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Rough Crossings (2005)

Author: Simon Schama
Year: 2005
Publisher: BBC Books

The cover of the book 'Rough Crossings'

Schama's Rough Crossings is a well-written, enthralling narrative account which offers a new perspective on the manner in which the Abolition Act of 1807 is remembered in Britain and how the eighteenth century is viewed and presented in Britain. Rough Crossings takes as its subject the intricate and intertwined histories of enslaved Africans in the British colonies of America and British abolitionists. Through this retelling, Schama proposes a deconstruction of the national identities within Africa, Britain and America and provides an 'Atlantic heritage' from which new identities can emerge.

What is significant about Schama's work is that whilst it is offered as a forgotten, obscured or neglected history it also proceeds to deconstruct and challenge its readers' notions of history. Schama (2005: 17) assures readers of the obligation to, 'tell the story of Anglo-American conflict, both during the revolution and after, in a freshly complicated way.' This alternative form of history-telling is necessary for Schama's case for a revision of traditional perceptions of the events. This is a challenge given to readers to engage with the multiple ways of representing and reading the past as well as using historical narratives to shape notions of self-hood and definitions of identity in the present. Schama (2005: 459) states, 'histories never conclude: they just pause their prose. Their stories - like the one just told - are, if they are truthful, untidy affairs, resistant to windings-up and sorting out.' In this way Rough Crossings can be accessed by audiences in a variety of fashions, the narrative presented is one which readers can access from a variety of perspectives. Schama doesn't present his work in a closed, didactic narrative; rather its focus is on a variety of individuals. This mode of historical writing challenges and subverts traditional histories by incorporating old perspectives with the new. For instance, Schama (2005: 259) weaves the narratives of the abolitionist Granville Sharp and the former British army captain Thomas Peters together, so that Sharp is shown to be interacting with Peters, who freed himself from enslavement during the American War of Independence. The narrative is structured so that Sharp's perception of Peters is noted first and Peters then emerges in dialogue with Sharp. This is thereby a historical narrative through which a multitude of perspectives speak. Schama also chooses to focus away from traditional heroes of the period in Wilberforce, choosing instead individuals who have perhaps not been as sullied by revisionism.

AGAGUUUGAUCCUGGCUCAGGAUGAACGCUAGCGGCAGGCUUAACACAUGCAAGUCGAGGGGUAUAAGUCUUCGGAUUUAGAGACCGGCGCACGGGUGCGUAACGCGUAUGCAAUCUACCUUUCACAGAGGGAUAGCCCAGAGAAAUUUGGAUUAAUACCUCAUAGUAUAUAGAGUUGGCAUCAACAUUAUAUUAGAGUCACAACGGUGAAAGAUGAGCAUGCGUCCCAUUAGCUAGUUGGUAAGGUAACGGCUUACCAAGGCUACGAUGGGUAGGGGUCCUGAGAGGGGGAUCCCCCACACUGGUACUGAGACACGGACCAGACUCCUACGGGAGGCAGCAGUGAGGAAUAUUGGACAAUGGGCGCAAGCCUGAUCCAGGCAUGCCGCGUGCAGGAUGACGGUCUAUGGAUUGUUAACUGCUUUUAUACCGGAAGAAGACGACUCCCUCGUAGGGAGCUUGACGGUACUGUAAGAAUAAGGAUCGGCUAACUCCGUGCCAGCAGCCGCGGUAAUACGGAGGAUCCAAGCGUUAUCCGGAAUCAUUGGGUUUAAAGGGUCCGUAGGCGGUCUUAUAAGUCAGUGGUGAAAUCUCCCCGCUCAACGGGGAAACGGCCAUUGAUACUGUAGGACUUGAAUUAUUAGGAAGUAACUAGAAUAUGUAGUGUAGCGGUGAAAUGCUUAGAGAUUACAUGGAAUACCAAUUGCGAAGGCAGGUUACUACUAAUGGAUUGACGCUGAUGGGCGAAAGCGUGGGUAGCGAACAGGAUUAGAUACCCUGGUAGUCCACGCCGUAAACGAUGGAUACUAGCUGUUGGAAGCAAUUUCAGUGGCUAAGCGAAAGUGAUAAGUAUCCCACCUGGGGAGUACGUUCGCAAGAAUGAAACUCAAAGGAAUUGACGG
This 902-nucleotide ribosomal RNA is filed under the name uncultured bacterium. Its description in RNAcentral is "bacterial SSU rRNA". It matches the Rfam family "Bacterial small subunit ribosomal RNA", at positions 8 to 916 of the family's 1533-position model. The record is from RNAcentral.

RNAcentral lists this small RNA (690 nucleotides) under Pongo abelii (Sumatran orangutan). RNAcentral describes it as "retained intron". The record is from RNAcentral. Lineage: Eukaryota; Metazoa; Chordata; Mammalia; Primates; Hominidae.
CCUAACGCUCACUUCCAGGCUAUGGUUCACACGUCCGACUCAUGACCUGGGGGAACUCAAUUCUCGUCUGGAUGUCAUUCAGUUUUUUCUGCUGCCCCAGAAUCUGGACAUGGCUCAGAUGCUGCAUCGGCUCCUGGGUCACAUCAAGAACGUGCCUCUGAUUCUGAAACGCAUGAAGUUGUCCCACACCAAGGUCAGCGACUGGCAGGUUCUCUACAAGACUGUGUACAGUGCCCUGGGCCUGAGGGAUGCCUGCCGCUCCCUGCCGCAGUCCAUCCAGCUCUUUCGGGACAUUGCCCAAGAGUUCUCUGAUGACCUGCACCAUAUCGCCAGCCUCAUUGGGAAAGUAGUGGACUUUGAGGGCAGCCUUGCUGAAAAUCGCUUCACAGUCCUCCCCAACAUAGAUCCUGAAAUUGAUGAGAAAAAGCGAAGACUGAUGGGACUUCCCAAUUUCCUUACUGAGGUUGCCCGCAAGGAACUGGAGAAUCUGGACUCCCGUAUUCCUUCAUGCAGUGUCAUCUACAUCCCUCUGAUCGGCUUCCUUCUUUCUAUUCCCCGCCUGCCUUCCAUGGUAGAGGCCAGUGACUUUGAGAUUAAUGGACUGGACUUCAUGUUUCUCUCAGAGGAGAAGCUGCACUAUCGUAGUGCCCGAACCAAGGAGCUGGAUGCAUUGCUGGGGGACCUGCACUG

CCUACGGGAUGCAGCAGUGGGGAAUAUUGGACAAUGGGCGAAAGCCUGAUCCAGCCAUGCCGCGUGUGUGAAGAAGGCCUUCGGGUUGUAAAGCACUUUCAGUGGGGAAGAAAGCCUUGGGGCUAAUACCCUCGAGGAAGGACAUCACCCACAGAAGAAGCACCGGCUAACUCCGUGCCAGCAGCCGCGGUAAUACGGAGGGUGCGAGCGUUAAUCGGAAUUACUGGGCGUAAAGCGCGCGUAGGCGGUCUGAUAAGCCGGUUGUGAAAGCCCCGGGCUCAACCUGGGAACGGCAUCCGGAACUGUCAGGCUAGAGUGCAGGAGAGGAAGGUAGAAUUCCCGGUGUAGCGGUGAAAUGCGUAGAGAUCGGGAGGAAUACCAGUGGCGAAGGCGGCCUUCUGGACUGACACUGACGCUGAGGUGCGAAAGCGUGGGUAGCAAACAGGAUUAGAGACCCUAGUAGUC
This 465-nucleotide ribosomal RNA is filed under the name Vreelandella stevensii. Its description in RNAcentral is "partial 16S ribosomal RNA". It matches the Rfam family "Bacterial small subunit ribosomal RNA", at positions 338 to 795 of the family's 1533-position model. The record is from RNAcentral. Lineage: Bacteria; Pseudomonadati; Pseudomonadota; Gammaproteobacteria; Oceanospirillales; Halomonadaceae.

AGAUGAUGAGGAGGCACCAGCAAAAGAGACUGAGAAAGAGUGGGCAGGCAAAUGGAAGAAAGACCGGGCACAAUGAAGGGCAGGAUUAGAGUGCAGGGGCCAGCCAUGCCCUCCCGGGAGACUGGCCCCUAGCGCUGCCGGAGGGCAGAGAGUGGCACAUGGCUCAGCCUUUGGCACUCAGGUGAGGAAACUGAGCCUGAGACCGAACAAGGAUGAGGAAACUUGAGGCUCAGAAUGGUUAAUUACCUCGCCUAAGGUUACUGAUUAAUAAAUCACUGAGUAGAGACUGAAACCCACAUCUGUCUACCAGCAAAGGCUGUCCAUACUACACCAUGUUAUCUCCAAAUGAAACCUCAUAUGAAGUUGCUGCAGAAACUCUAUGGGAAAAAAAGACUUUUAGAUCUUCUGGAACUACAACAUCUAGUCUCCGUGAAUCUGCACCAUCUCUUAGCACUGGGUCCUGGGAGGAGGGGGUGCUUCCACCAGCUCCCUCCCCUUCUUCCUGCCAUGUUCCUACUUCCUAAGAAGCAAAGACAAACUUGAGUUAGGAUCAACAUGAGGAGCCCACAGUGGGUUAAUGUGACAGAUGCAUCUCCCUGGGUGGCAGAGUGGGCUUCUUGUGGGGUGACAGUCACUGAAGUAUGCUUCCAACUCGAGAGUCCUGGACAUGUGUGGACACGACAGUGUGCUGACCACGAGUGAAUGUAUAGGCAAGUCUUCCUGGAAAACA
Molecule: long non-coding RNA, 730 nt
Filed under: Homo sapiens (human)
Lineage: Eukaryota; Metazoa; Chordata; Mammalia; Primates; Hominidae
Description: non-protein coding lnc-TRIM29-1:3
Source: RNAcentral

Schama offers his readers a number of individuals through which they can see through and access this history. This feature is accentuated through Schama's evocative prose which enables Rough Crossings to offer an almost visceral history. Schama (2005: 35) describe London streets, 'where refuse, human and animal, brimmed in the reeking alleys, and twopenny whores lifted their skirts to sailors observed by cutpurses and yowling cats.' The descriptions of the sheer brutality of enslavement are necessarily powerful and repellent; 'the hold, amidst the slop of mucas, blood, shit, piss and black vomit...'(Schama 2005: 188). Schama however whilst offering criticisms of both America and Britain in the exploitation, mutilation, abuse and death of millions of enslaved Africans, does not portray these individuals as passive recipients of history. Rough Crossings' power and originality is in its subtle narrative framework which enables distinct, powerful characters to emerge from the all-too-often consuming nature of historical representations of enslavement. Individuality is highly significant in Rough Crossings, though the lack of parity in numbers between male and female characters is noticeable and an obvious detriment to the work. Rough Crossings nevertheless presents and suggests a means whereby history is accessed by a wide audience for a common purpose.

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